Luke 12:13-21; 21:1-4
Sean Wegener, pastor
First Baptist Church, Summerville
Americans are far too impressed with big numbers. We judge generosity by stacks of dollars. If a company gives a million dollars to charity, our mouth drops; we think that company is good, gracious, and caring. If a business donates a nickel of every sale, we flock to buy their product, thinking both ourselves and the business have been charitable. I can have my cake and feel generous too. Yet giving to be seen, to promote, and to feel good are not biblical models of generosity.
The Gospel story of the Widow’s mite provides a plumb line to our warped ideals of philanthropy. In Luke’s Gospel, the rich and the Widow are involved in the exact same act. However, God speaks highly of the Widow only. She is commended because she discovered the concept of God’s generosity.
God’s generosity is not about what is given but what is withheld. Whenever a person withholds the lion’s share of their wealth, they have missed the character of God. When God gives, He withholds nothing that will better the recipient. We are to understand God’s commendation of the Widow through the lens of Jesus’s ministry. Jesus withheld nothing, when He gave Himself on the cross. God the Father withheld nothing, when He sent His Son. “He who did not spare his own Son but gave him up for us all, how will he not also with him graciously give us all things” (Romans 8:32)? The generosity of God showed in sending his Son, we reflect in our open hand.
Trusting God’s Provision
Notice that when the rich gave to the temple, Jesus did not mock or berate them. Their giving was valid. Much like us, they gave out of abundance. The Widow’s mite, however, was mightier than the abundance of the rich. Anyone can give out of abundance. Giving comes easy after every need and want has been met. Everyone is comfortable giving from excess; few are comfortable giving out of self-denial.
When the Widow gave, she withheld nothing. She threw herself at the mercy of the Temple’s provisions. The Temple was under orders from God to care for orphans and widows. They were to provide for the needs of the Widow. By giving all she had, she trusted in the provisions of God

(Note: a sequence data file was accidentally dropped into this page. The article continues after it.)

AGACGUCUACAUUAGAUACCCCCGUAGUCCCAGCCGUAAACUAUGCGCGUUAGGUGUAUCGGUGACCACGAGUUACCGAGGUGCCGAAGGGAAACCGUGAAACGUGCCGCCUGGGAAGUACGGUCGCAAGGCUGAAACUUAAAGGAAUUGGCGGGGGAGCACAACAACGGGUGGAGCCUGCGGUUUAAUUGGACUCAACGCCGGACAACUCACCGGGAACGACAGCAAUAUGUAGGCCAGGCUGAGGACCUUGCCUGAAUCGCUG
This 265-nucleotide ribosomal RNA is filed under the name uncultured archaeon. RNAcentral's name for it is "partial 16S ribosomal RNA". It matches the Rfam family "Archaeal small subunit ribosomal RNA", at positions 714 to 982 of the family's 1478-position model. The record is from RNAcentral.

Give up counting the dollar signs. Even a greedy person can be moved to give lavishly, if it means he will gain more in the end. A prideful person may give abundantly to win everyone’s favor. Even envy motivates people to out give one another.
An occasional stack of generosity does not outweigh the sin filled heart. The heart and not the wallet prove whether our giving is faithful. Therefore, a heart which has been changed by the lavish gift of Christ gives not out of its abundance but out of its love.
Maturing Toward Generosity.
When we deny ourselves nothing in terms of pleasure, vacations, or food, we are leaving off an important aspect of giving. The World tells us to spend the lion’s share of our money on ourselves. Take the vacation, eat at your favorite restaurant again, and buy the coffee that donates to some charitable cause. But Christians do not take their cues from the giving of the world.
Randy Alcorn summarizes the concept of generosity well. “When we’re true servants, it isn’t about us. We’re like the ox grinding out the corn. We don’t own the corn, and we don’t get credit for growing it. We just do our job and get to eat some of it, and we’re grateful for that…. Slaves think about their Master’s reputation, not their own.”
How we give reflects God’s reputation, his name. When the people of God give, they declare just how gracious God has been to them. Our giving ought to cause us to deny rather than indulge ourselves. Jesus says the rich give out of their abundance. They give as a matter of self-indulgence.
Does this mean their money is no good? Certainly not. But their giving has no eternal weight to it. When our giving causes us to set aside self-advancement, pleasures, and desires, then we have begun to understand God’s heart and reflect his name.
The Father gave the Son. Jesus gave His life. The Holy Spirit gives dead bones new life. God gives not because He has an abundance (and He certainly does) but out of love (John 3:16). God gave His one and only Son. The Son denied Himself and picked up His cross.
True generosity flows from self-denial. Only when we reflect God’s sacrificial love do we begin to understand the heart of our Lord is a generous one. May our heart be like His.